Real & Chance Reflect on Treatment by New York
The "American Idol" summer tour hits Little Rock Saturday (7/25) — which means a homecoming for Kris Allen, the Conway, Ark.-born winner of Season 8. He tells us he's really looking forward to the concert where friends and family are bound to turn out.
Allen says he talks every day to his wife of 10 months, Katy, who's stayed home "working and doing her thing" while he's out dealing with the rigors and rewards of the immensely popular 50-city concert trek. "She actually came out for a couple of shows," he says. "I mean, of course you're going to miss the person you're with. It's tough, but it's also — I'm having a great time out here."
Having endured sleepless nights, especially when the tour was just starting, he's glad to be getting into a rhythm that allows him to get some rest. He's getting used to the tidal wave of fan attention, he says. And the media.
You may recall the competition between Allen and first runner up Adam Lambert was described by The New York Times in Pat Boone vs. Elvis terms. Kris continues to be viewed as the boy-next-door singer/songwriter who's traipsed around the world doing missionary work, while Adam's the guyliner and leather-sporting rocker who came out as gay in Rolling Stone. Earlier this month, a small, fundamentalist church-affiliated group did an anti-gay demonstration outside one of the "A.I." concerts. The idols — all 10 finalists of the past season are on the tour — said later they weren't going to let it bother them. Does Kris feel any pressure to be a role model of one sort or another, as the Christian guy who's pals with the gay guy? "No," he answers flatly. "What would I have to be pressured about? I'm just trying to be me. If people don't want me to be friends with Adam, that's their problem, not mine. Adam's an amazing person, and I'm so happy to call him one of my really good friends."
Meanwhile, Kris is squeezing in time to write songs for his major label debut album, which is slated for a fall release by Jive Records. "I haven't done so much co-writing in my life. That's a little bit different for me. It's going real well," he says. "The multitalented musician adds, "It will have a sound that will be a surprise to people, but I think a really good surprise."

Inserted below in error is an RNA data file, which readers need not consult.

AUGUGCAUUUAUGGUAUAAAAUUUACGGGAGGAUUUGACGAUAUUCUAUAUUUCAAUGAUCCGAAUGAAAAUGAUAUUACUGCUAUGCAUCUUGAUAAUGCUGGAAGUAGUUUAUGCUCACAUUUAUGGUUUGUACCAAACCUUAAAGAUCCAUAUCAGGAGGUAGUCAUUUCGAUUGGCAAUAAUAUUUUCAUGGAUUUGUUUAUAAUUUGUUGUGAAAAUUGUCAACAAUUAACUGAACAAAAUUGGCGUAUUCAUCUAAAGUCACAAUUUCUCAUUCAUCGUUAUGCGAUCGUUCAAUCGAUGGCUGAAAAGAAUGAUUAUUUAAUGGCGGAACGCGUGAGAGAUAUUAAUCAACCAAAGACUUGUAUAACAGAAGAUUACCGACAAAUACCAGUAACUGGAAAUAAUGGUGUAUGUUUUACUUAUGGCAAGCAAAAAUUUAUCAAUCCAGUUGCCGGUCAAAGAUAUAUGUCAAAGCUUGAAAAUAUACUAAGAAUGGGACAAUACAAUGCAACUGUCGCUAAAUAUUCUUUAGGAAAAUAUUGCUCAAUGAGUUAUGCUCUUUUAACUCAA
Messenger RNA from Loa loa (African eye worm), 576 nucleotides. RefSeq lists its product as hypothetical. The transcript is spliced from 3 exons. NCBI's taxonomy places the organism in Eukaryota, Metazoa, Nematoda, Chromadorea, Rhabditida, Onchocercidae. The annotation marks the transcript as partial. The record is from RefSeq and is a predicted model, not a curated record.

ALSO: As far as whether the contractless Paula Abdul will or won't return to the show, Kris says, "I don't know too much about that. I know some of the other idols know a little bit more than I do, talking to her, but I … I'm trying to … I'm just glad it's not anything bad about me," he admits. He laughs. "That's always a plus."
THE VIDEOLAND TWO: VH1's dynamic brother duo Real and Chance, who have a rap group called the Stallionaires, soared to a new level of fame when competing on the dating show "I Love New York." Chance made it all the way to the end before getting the boot, but he tells this column he's glad it happened. Otherwise he and his brother wouldn't be in the thick of their own dating show, "Real Chance of Love 2: Back in the Saddle," which is currently in its second season.
Referring to reality star Tiffany Pollard by her better-known moniker, he says, "The best thing New York could have done was get rid of a brother like me. As you see, she's not about nothing. I don't know if she's a guy or a woman anyway," Chance says with a jab. "She's said a lot of negative things about me and my brothers, and that hurts our feelings because we thought she was a real friend of ours. We became great friends, and I don't know what went wrong after the show. She did ask me to do something where I don't think I showed up, so it was pretty crazy from there on out," he recalls. "But love goes out to her whole family."
Real says things have worked out the way they' re supposed to, and they're just enjoying what's come their way. "Our life is so beautiful right now. The only thing is we don't really have as much privacy. We can't go as many places without getting bum rushed, but we're doing good. Television has given us a lot of opportunities, and this is just our beginning stage."
THINGS ARE ROUGH ALL OVER: Think Hollywood's famous folk have been spared the awfulness of the economic downturn? Well, there might be some celebrity schadenfreude ahead. Casting is going on for a new reality show that will feature — ready? — well-known actors and musicians with financial problems. Subjects, who must be willing to tell it all, will work with a top financial expert to find the root of their problems and get back on track, for a tidy sum of $25,000.
With reports by Emily Feimster.
To find out more about Marilyn Beck and Stacy Jenel Smith and read their past columns, visit the Creators Syndicate Web page at www.creators.com.
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